Previous studies have used farmer opinion and estimates of lameness to look for associations between prevalence of lameness and farmer behaviours and attitudes and have shown that farmers do not always use their ideal strategies. This study aims to test the reporting of farmer estimates of lameness and to understand farmer motivations for management of lameness.
Thirty-five farm visits were conducted. Results show that all farmers recognised sheep lame when they had locomotion score ≥ 2 but only 42% caught locomotion score 2 sheep for inspection. Farmers tended to under report the prevalence of lameness when compared with the researcher’s estimate (P>0.05) and results suggest that the average prevalence of lameness in the UK is probably 2% higher than the current estimate of 8-10%. However, the use of farmer estimates of prevalence of lameness in sheep in postal surveys is a reasonably accurate and reliable mechanism for data collection.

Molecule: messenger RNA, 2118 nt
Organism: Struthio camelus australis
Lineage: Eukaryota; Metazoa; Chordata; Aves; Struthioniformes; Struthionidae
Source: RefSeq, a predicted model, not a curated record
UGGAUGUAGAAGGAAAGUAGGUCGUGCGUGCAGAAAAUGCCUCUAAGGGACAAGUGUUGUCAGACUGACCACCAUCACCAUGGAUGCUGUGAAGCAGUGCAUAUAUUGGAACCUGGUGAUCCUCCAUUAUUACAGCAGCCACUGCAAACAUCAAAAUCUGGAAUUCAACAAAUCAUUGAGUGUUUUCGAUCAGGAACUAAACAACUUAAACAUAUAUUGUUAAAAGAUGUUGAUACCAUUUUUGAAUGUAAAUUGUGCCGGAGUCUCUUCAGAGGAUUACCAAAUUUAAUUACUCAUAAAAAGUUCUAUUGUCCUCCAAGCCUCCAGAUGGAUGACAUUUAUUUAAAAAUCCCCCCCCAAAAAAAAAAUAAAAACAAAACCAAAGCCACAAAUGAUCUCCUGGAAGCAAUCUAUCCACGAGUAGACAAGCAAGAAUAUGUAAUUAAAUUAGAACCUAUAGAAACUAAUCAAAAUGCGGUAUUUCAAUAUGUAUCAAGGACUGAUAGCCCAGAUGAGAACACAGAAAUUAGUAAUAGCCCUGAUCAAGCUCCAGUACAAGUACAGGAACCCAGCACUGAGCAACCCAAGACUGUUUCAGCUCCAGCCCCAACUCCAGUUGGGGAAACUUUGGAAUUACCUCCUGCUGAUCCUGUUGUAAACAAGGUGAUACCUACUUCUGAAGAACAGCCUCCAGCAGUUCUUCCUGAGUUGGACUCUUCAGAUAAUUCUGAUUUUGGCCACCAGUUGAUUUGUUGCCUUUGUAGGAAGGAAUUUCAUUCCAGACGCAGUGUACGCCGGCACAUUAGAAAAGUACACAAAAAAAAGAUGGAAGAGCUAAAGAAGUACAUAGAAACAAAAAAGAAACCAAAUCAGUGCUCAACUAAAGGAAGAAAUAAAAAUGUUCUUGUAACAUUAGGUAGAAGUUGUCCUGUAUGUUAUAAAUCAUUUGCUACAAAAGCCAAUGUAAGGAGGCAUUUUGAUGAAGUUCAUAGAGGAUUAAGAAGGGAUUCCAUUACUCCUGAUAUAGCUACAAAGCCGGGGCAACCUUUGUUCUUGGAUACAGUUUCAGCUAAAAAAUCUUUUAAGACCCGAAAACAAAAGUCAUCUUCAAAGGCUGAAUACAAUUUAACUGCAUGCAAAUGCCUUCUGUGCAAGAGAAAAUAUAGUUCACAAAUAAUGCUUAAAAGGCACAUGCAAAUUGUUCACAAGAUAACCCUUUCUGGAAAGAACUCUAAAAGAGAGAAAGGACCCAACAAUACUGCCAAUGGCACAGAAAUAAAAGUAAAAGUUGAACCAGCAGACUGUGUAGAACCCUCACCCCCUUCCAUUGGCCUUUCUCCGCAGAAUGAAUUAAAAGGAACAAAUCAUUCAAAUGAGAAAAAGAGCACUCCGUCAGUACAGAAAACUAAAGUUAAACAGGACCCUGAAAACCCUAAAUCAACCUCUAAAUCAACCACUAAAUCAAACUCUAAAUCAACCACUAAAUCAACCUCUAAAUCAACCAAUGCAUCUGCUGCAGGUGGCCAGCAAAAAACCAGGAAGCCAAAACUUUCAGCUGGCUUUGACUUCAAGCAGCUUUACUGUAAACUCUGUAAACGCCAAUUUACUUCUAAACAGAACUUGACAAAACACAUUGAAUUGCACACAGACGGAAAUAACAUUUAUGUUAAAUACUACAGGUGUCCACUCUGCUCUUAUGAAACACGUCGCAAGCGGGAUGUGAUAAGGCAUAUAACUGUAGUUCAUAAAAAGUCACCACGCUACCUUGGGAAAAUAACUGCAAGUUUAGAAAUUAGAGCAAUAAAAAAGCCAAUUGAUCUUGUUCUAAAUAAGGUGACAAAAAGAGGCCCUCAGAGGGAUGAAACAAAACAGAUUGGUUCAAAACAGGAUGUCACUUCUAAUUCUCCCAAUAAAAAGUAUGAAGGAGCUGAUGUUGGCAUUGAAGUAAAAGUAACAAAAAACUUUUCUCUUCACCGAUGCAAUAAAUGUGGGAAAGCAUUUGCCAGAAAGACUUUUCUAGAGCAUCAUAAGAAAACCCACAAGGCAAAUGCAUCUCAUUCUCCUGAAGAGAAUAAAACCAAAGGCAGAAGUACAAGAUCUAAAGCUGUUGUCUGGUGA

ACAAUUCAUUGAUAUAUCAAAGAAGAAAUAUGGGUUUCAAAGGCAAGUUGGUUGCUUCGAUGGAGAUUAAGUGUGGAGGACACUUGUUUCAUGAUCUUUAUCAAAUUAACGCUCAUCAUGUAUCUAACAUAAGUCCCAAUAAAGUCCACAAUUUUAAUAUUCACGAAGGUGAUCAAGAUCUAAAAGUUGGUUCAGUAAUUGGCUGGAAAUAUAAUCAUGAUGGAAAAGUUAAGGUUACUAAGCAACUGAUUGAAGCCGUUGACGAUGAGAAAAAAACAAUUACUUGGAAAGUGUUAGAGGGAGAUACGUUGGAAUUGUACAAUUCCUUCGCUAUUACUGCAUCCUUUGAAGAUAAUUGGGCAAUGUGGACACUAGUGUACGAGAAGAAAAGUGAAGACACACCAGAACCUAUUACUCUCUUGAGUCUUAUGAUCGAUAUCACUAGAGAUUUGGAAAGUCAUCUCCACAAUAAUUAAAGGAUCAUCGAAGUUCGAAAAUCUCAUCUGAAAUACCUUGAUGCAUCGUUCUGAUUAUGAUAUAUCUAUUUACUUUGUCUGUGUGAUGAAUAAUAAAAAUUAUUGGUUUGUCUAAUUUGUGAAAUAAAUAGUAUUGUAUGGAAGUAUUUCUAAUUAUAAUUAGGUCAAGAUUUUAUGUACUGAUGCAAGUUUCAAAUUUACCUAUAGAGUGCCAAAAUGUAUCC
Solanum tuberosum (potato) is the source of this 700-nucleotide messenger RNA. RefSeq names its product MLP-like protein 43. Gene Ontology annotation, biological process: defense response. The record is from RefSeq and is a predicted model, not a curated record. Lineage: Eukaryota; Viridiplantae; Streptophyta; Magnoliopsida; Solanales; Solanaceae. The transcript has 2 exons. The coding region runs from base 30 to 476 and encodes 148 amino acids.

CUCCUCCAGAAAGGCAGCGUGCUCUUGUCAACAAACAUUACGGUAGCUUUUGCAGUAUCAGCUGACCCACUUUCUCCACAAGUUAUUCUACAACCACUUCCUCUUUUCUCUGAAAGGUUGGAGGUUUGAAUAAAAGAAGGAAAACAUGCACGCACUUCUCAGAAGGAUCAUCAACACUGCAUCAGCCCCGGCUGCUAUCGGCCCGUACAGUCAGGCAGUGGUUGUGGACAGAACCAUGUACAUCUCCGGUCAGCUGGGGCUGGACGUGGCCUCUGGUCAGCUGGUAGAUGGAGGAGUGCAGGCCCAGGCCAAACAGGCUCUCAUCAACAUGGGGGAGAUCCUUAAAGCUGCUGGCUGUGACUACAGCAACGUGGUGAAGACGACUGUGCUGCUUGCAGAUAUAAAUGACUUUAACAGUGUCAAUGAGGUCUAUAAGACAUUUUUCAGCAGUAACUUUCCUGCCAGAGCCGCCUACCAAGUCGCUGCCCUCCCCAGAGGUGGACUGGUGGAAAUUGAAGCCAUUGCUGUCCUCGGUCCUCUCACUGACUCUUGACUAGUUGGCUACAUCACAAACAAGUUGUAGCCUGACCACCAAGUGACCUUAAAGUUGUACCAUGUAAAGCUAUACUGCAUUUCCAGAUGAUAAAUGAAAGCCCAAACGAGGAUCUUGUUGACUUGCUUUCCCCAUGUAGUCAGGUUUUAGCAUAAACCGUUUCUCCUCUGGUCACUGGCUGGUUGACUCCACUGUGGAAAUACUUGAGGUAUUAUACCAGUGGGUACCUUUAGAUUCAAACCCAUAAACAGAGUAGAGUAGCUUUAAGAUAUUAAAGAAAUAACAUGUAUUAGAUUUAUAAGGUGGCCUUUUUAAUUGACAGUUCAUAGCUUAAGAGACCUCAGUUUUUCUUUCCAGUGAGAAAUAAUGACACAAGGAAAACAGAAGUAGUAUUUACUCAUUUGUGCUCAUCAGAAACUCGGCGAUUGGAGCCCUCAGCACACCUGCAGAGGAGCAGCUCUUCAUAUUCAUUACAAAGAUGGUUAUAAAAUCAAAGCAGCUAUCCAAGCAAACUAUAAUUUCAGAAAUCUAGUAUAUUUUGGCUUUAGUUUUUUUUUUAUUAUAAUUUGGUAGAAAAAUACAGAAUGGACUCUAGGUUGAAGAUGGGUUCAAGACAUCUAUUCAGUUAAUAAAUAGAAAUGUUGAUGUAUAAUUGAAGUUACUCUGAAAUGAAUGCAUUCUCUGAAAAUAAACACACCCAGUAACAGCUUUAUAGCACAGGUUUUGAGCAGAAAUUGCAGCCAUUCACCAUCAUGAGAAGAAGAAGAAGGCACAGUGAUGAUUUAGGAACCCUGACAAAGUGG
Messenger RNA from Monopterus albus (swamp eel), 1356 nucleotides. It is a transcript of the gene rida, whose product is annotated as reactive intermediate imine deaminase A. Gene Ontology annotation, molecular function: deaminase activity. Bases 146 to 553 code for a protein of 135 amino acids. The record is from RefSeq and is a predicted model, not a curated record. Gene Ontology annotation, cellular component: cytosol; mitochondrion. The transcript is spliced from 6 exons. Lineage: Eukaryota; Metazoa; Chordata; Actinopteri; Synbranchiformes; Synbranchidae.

Further work includes a study to investigate the effects of foot trimming and interviews with veterinary advisors of farmers’ who took part in this study. Analysis of 17 semi structured interviews from the farm visits is underway and will be used to develop a postal questionnaire to validate the reliability of interview data.
Funded by a BBSRC Pfizer CASE studentship